Congo's Kabila re-elected, opposition cries foul
KINSHASA (Reuters) - Democratic Republic of Congo President Joseph Kabila won re-election, the head of the electoral commission said on Friday, urging calm after a provisional result that the opposition called "totally unacceptable".
Columns of black smoke rose over parts of the mostly pro-opposition capital Kinshasa, where riot police had been deployed in advance, while celebrations broke out in other regions of the vast minerals-rich central African state, witnesses said.
"The electoral commission notes that the candidate Joseph Kabila has achieved a majority with, 8,880,944 votes, or 48.97 percent of votes cast," Daniel Ngoy Mulunda told reporters and diplomats gathered to hear the outcome of the November 28 poll.
"(The results) are no reason to whip up the population against the established order to contest the results, or to settle scores," said Mulunda.
Kabila's main challenger, opposition veteran Etienne Tshisekedi, was runner-up with just over 32 percent.
"It is a totally unacceptable result," Tshisekedi's campaign president Alexis Mutanda told Reuters. "You can just look around Kinshasa or the rest of the country to see how many people are against these results."
He said Tshisekedi's UDPS party had not decided on its next move, but had "no faith" in the credibility of the Supreme Court charged with ratifying the results.
A senior member of Kabila's camp said he was "overjoyed" by Kabila's win, and proud of the election process.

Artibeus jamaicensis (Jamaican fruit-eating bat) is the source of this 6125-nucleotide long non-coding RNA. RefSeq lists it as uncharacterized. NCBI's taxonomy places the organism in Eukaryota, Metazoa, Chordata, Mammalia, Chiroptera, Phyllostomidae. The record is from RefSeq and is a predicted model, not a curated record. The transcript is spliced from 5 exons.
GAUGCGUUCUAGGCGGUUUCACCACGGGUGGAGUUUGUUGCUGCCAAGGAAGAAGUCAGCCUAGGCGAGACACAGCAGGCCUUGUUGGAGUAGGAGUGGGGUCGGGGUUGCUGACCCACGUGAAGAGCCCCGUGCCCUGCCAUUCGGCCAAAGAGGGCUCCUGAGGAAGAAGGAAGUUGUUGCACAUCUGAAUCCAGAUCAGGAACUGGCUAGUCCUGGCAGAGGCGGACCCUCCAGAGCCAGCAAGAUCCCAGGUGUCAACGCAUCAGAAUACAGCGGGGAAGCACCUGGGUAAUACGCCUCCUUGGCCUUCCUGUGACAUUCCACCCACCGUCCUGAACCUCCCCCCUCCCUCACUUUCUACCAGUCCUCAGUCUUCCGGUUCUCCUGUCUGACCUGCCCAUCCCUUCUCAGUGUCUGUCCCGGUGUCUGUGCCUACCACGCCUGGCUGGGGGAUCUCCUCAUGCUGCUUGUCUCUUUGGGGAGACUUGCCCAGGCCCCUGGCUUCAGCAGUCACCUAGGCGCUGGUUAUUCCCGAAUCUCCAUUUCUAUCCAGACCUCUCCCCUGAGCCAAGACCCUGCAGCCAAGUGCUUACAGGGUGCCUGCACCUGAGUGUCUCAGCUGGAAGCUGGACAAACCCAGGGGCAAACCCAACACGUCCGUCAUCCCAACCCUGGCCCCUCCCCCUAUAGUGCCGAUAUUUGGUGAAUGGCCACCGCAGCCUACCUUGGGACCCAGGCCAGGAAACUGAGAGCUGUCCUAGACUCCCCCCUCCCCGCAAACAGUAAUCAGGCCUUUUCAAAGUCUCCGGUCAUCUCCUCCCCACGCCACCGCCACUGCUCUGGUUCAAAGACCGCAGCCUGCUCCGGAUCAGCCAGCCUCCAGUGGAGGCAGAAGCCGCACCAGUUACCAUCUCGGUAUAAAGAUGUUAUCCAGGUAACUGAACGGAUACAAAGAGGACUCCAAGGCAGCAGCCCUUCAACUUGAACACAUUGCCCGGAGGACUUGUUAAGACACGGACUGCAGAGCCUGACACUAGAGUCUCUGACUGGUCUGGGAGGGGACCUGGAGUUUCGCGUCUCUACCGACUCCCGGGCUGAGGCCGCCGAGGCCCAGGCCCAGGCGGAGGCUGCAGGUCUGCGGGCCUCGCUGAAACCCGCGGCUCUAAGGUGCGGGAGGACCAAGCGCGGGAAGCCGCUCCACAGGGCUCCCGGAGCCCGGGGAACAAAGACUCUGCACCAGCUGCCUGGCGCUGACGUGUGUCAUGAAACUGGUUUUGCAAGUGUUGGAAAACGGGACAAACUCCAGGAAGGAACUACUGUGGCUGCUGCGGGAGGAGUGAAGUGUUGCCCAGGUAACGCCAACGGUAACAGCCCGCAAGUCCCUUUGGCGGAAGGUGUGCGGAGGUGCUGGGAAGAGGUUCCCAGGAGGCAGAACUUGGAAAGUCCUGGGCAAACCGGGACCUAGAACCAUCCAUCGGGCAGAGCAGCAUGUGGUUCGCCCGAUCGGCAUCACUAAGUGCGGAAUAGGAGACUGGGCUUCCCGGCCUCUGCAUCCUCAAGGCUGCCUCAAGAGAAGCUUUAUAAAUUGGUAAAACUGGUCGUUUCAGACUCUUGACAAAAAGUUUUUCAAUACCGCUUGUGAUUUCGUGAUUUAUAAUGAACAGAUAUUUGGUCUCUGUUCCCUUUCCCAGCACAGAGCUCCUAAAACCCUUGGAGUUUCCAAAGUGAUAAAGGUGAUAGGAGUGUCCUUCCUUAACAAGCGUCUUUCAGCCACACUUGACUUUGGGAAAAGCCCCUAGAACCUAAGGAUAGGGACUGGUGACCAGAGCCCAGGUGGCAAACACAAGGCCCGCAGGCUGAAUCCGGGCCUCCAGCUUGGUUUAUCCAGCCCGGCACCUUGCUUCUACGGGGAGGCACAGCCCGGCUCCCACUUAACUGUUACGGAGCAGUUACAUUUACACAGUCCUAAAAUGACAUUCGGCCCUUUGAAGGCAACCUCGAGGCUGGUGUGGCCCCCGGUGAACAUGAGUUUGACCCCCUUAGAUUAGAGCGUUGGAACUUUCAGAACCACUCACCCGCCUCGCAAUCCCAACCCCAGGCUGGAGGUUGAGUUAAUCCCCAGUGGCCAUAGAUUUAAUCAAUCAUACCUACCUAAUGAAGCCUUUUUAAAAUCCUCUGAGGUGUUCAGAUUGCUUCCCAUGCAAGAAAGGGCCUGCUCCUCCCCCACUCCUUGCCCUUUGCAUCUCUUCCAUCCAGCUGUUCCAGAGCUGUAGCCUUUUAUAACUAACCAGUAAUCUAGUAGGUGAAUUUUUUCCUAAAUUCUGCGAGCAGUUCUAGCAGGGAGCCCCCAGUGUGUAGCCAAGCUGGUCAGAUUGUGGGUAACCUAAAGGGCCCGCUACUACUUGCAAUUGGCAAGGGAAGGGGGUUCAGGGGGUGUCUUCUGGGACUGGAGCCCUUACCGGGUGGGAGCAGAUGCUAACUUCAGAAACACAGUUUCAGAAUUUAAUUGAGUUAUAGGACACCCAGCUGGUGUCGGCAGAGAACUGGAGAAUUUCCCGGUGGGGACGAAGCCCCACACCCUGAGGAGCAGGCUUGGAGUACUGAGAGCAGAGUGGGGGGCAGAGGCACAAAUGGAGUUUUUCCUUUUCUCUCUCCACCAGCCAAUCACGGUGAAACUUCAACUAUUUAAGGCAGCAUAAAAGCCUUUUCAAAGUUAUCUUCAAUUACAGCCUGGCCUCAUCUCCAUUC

"We have proven to the world that we can finance and organise elections," Kikaya Bin Karubi, who is also Congo's ambassador to Britain, told Reuters. "We are very happy and we are ready to continue the work rebuilding the country."
At least 18 people have been killed in election-related violence so far, according to U.S.-based Human Rights Watch, as opposition protesters took to the streets alleging the government was attempting to rig the vote.
The November 28 poll was Congo's first locally organised presidential contest since a war that killed more than 5 million, and is meant to move the country towards stability and encourage investment after years of conflict and turmoil.
The announcement of the result had been delayed twice earlier in the week due to logistical problems and as donor nations urged more transparency, stretching the nerves of residents eager for an outcome.
In the capital of Congo's Katanga Province Lubumbashi, the heart of the country's copper mining industry, residents were blowing vuvuzela horns and whistles and others were firing guns into the air in celebration, a foreigner living there said.
"People are singing, there is clearly a lot of joy," he told Reuters by telephone, asking not to be named.
International observers have said the election process has been marred by irregularities and disorganisation, but have stopped short of calling for it to be annulled.
Before the results were announced, convoys of police trucks patrolled the city, security forces carrying tear gas launchers were deployed on street corners, and shops shut early.
The government of neighbouring Congo Republic said this week it is preparing a refugee camp north of Brazzaville in case violence forces people to flee across the Congo River.
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